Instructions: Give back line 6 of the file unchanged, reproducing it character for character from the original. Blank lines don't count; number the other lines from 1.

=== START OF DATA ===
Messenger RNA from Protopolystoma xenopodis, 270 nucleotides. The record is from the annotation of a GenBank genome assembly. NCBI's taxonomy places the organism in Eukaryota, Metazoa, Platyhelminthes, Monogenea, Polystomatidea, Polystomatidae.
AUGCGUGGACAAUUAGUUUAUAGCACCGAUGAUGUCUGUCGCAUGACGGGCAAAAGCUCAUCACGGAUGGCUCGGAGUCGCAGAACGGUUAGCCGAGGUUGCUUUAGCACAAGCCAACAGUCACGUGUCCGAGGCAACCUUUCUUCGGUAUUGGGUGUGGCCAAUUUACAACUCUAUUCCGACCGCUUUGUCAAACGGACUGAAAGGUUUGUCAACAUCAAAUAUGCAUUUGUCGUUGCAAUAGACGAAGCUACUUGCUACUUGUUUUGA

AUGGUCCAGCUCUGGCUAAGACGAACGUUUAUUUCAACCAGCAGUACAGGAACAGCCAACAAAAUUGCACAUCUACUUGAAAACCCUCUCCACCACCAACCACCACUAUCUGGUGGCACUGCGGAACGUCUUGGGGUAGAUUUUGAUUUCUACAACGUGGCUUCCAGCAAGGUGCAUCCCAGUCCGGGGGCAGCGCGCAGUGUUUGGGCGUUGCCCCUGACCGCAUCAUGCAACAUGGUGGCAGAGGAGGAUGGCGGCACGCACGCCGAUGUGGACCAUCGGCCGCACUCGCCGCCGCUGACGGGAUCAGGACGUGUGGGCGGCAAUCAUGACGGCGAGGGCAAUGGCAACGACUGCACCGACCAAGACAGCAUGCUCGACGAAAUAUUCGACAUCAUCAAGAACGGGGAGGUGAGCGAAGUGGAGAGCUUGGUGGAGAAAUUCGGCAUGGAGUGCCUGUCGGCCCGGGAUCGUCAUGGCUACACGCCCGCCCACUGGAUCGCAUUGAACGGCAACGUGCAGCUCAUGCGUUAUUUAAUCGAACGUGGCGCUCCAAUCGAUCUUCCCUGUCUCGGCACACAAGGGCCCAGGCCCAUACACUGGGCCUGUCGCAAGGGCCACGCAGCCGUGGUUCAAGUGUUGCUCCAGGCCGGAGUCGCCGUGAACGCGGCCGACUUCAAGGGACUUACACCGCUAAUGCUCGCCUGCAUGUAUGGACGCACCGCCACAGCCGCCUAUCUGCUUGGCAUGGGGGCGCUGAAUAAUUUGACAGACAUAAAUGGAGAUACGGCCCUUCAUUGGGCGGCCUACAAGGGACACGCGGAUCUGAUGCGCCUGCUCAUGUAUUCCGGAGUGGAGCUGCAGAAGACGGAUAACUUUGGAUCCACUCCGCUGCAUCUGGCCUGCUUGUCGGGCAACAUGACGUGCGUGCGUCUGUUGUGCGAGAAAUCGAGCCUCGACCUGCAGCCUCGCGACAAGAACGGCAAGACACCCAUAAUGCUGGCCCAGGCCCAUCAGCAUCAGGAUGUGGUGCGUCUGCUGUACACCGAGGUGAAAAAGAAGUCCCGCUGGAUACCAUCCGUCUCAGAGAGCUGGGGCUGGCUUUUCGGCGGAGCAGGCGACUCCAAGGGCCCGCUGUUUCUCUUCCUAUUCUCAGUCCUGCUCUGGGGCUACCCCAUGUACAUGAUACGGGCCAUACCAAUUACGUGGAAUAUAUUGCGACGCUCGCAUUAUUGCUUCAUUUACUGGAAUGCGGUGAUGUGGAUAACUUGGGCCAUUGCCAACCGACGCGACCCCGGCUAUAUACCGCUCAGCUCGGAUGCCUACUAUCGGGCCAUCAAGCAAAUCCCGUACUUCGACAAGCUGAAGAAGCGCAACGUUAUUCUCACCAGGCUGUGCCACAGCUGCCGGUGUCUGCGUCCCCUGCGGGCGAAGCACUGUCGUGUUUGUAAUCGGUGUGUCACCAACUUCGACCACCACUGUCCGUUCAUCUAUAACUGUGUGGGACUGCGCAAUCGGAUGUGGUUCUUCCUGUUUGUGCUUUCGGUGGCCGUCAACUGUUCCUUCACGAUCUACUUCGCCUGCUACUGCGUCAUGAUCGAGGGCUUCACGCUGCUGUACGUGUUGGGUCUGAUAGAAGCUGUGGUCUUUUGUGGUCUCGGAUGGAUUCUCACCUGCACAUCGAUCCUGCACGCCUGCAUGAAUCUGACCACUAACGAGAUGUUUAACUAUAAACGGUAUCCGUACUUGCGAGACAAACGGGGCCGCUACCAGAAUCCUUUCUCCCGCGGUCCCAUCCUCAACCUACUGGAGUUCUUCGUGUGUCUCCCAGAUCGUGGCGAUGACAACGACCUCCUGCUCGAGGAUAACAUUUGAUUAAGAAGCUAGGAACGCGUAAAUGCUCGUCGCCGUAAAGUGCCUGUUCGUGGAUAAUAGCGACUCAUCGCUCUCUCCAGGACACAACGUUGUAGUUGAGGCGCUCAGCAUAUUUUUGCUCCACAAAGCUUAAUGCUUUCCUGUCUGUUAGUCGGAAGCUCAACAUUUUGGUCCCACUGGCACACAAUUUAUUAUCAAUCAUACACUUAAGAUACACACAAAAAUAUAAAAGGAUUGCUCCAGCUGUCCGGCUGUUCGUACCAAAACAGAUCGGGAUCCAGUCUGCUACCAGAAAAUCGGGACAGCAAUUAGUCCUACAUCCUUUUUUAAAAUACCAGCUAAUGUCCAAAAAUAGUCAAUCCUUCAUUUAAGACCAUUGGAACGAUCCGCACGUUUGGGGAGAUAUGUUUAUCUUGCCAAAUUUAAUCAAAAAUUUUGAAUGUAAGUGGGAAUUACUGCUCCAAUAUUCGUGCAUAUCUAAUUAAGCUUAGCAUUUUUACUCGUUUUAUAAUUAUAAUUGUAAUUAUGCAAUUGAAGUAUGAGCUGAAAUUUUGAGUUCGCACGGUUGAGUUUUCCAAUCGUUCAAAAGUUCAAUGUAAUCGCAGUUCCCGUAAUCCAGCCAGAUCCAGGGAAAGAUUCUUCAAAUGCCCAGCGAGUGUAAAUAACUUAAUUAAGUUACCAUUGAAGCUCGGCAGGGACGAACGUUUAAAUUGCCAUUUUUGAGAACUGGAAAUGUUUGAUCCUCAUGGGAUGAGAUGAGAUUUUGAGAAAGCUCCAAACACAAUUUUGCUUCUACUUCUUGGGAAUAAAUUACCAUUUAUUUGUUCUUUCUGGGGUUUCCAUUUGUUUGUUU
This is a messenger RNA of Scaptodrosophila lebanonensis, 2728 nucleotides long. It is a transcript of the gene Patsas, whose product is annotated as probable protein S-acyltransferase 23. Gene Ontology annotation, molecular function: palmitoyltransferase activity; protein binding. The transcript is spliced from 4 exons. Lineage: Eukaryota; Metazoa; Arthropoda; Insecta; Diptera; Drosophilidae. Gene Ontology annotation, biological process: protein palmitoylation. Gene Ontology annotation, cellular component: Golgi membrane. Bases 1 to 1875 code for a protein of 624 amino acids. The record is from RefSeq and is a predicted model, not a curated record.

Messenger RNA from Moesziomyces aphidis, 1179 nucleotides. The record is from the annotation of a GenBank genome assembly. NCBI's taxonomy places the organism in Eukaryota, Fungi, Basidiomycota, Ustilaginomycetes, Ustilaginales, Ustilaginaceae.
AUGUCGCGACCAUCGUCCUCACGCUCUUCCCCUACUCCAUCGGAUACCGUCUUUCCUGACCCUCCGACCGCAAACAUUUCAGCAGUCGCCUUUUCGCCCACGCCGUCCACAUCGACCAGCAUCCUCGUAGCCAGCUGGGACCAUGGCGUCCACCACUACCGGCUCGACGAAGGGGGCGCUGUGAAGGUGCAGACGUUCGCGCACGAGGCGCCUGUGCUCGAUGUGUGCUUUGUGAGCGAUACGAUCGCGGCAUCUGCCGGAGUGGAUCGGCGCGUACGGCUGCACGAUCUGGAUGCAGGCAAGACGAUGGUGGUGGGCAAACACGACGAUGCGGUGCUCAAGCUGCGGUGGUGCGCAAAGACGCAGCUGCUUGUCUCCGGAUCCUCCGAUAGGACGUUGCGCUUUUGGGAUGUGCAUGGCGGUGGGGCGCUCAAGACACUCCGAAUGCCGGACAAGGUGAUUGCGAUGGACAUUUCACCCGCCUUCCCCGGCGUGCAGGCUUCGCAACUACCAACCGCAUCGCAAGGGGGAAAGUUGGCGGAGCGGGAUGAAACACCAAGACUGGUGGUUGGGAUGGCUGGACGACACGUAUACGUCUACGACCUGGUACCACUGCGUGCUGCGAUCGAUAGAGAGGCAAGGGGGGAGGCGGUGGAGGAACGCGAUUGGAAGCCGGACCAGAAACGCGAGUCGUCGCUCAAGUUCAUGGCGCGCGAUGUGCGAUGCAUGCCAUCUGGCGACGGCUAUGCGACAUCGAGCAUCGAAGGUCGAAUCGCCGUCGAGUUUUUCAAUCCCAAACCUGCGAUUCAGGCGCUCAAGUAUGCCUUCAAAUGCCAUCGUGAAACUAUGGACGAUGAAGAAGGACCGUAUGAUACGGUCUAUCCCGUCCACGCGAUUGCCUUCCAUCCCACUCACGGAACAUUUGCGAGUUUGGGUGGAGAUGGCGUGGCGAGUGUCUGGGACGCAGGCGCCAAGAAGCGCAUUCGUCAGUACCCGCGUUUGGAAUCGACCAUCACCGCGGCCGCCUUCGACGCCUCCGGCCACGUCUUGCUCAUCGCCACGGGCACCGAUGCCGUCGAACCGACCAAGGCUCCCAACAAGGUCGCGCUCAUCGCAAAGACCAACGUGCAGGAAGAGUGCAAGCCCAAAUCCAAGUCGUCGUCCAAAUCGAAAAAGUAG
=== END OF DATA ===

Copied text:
AUGUCGCGACCAUCGUCCUCACGCUCUUCCCCUACUCCAUCGGAUACCGUCUUUCCUGACCCUCCGACCGCAAACAUUUCAGCAGUCGCCUUUUCGCCCACGCCGUCCACAUCGACCAGCAUCCUCGUAGCCAGCUGGGACCAUGGCGUCCACCACUACCGGCUCGACGAAGGGGGCGCUGUGAAGGUGCAGACGUUCGCGCACGAGGCGCCUGUGCUCGAUGUGUGCUUUGUGAGCGAUACGAUCGCGGCAUCUGCCGGAGUGGAUCGGCGCGUACGGCUGCACGAUCUGGAUGCAGGCAAGACGAUGGUGGUGGGCAAACACGACGAUGCGGUGCUCAAGCUGCGGUGGUGCGCAAAGACGCAGCUGCUUGUCUCCGGAUCCUCCGAUAGGACGUUGCGCUUUUGGGAUGUGCAUGGCGGUGGGGCGCUCAAGACACUCCGAAUGCCGGACAAGGUGAUUGCGAUGGACAUUUCACCCGCCUUCCCCGGCGUGCAGGCUUCGCAACUACCAACCGCAUCGCAAGGGGGAAAGUUGGCGGAGCGGGAUGAAACACCAAGACUGGUGGUUGGGAUGGCUGGACGACACGUAUACGUCUACGACCUGGUACCACUGCGUGCUGCGAUCGAUAGAGAGGCAAGGGGGGAGGCGGUGGAGGAACGCGAUUGGAAGCCGGACCAGAAACGCGAGUCGUCGCUCAAGUUCAUGGCGCGCGAUGUGCGAUGCAUGCCAUCUGGCGACGGCUAUGCGACAUCGAGCAUCGAAGGUCGAAUCGCCGUCGAGUUUUUCAAUCCCAAACCUGCGAUUCAGGCGCUCAAGUAUGCCUUCAAAUGCCAUCGUGAAACUAUGGACGAUGAAGAAGGACCGUAUGAUACGGUCUAUCCCGUCCACGCGAUUGCCUUCCAUCCCACUCACGGAACAUUUGCGAGUUUGGGUGGAGAUGGCGUGGCGAGUGUCUGGGACGCAGGCGCCAAGAAGCGCAUUCGUCAGUACCCGCGUUUGGAAUCGACCAUCACCGCGGCCGCCUUCGACGCCUCCGGCCACGUCUUGCUCAUCGCCACGGGCACCGAUGCCGUCGAACCGACCAAGGCUCCCAACAAGGUCGCGCUCAUCGCAAAGACCAACGUGCAGGAAGAGUGCAAGCCCAAAUCCAAGUCGUCGUCCAAAUCGAAAAAGUAG